For the past 50 years, U.S. Southern Command has worked to build regional and interagency partnerships to ensure the continued stability of the Western Hemisphere and the forward defense of the U.S. homeland.
Honduran soldiers operate a mortar for members of the 82nd Airborne Division during a Task Force Dragon/Gold Pheasant exercise, March 1988. President Reagan deployed U.S. forces to Central America during the 1980s. (Source: Department of Defense, NARA)
2013 marked the 50th anniversary of SOUTHCOM. Learn more about our half-decade of service with a look at our history including timeline, photos and archived news. See More
A descendent of U.S. military units dispatched to Panama in the early 20th Century, U.S. Southern Command’s history as a unified military headquarters began during World War II when U.S. planners established the U.S. Caribbean Defense Command.
During the 1950s, the command’s responsibility shifted from U.S. military missions in the Caribbean basin to operations focused, primarily, in Central and South America. In 1963, U.S. authorities gave the command its current name, U.S. Southern Command. Below is a brief overview of our history, starting with the early Caribbean Defense Command days.
Located in Panama, the U.S. Caribbean Defense Command also established military training missions in Latin America; distributed military equipment to regional partners through the Lend Lease program; and opened U.S. service schools to Latin American soldiers, sailors, and airmen.
At the height of the war, U.S. military planners assigned 130,000 uniformed personnel to duty stations in Latin America and the Caribbean. Roughly half of those forces were under the direct control of the U.S. Caribbean Defense Command.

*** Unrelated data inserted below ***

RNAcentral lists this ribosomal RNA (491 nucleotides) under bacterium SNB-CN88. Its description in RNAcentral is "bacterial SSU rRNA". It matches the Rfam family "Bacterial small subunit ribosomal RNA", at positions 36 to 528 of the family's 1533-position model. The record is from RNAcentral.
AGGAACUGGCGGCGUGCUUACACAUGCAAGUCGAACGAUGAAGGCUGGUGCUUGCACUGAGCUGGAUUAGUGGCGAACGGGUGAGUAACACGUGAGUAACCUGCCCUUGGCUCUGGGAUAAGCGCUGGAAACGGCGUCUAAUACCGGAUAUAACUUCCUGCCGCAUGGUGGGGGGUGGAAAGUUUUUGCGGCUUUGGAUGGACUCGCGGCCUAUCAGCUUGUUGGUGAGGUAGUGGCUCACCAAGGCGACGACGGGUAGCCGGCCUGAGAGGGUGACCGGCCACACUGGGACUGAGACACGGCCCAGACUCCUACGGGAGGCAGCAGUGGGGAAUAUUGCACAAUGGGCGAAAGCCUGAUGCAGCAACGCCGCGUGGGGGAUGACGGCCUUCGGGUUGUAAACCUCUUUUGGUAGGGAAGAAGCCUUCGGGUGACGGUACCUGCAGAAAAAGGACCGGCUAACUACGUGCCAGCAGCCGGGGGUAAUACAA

In 1947, U.S. strategists adopted a national security plan that transformed the wartime headquarters into the U.S. Caribbean Command. Beyond defending the Panama Canal, it assumed broad responsibilities for inter-American security cooperation in Central and South America. Yet during the 1950s, defense officials also removed the Caribbean basin from the U.S. Caribbean Command’s area of focus. In the event of a global war with the communist powers, they reasoned, U.S. Atlantic Command, based in Norfolk, Va. needed the Caribbean basin to conduct hemispheric antisubmarine operations.
By 1960, the U.S. Caribbean Command — not engaged in the Caribbean — carried a name that incorrectly described its geographic interests, Central and South America. The John F. Kennedy administration, therefore, changed the name to U.S. Southern Command on June 6, 1963.
During the 1960s, the U.S. Southern Command mission involved defending the Panama Canal, contingency planning for Cold War activities, and the administration of the U.S. foreign military assistance program in Central and South America. In particular, U.S. Southern Command personnel undertook civic-action projects with partner nation forces to accelerate regional development.
Yet during the 1970s, after the Vietnam War, the Joint Chiefs of Staff recommended disestablishing the command to trim the U.S. military presence abroad. For political reasons, the command narrowly survived, albeit with limited responsibilities and resources.
In the 1980s, internal conflicts in El Salvador, Nicaragua, and elsewhere rekindled U.S. military interest in Latin America. The Ronald W. Reagan administration, in turn, revitalized U.S. Southern Command.
When the Cold War ended, the command, like other U.S. military organizations, entered a period of dramatic change. In rapid succession, U.S. Southern Command embraced counter-drug operations, expanded its area of geographic focus to include the Caribbean, and enhanced its capacity for humanitarian missions. In September 1997, U.S. Southern Command moved to Miami with revised priorities, objectives, and capabilities.
50 Years of Cooperation
Explores the history of UNITAS exercise (PDF)
Highlights of U.S. military engagement in the region during the past century (PDF)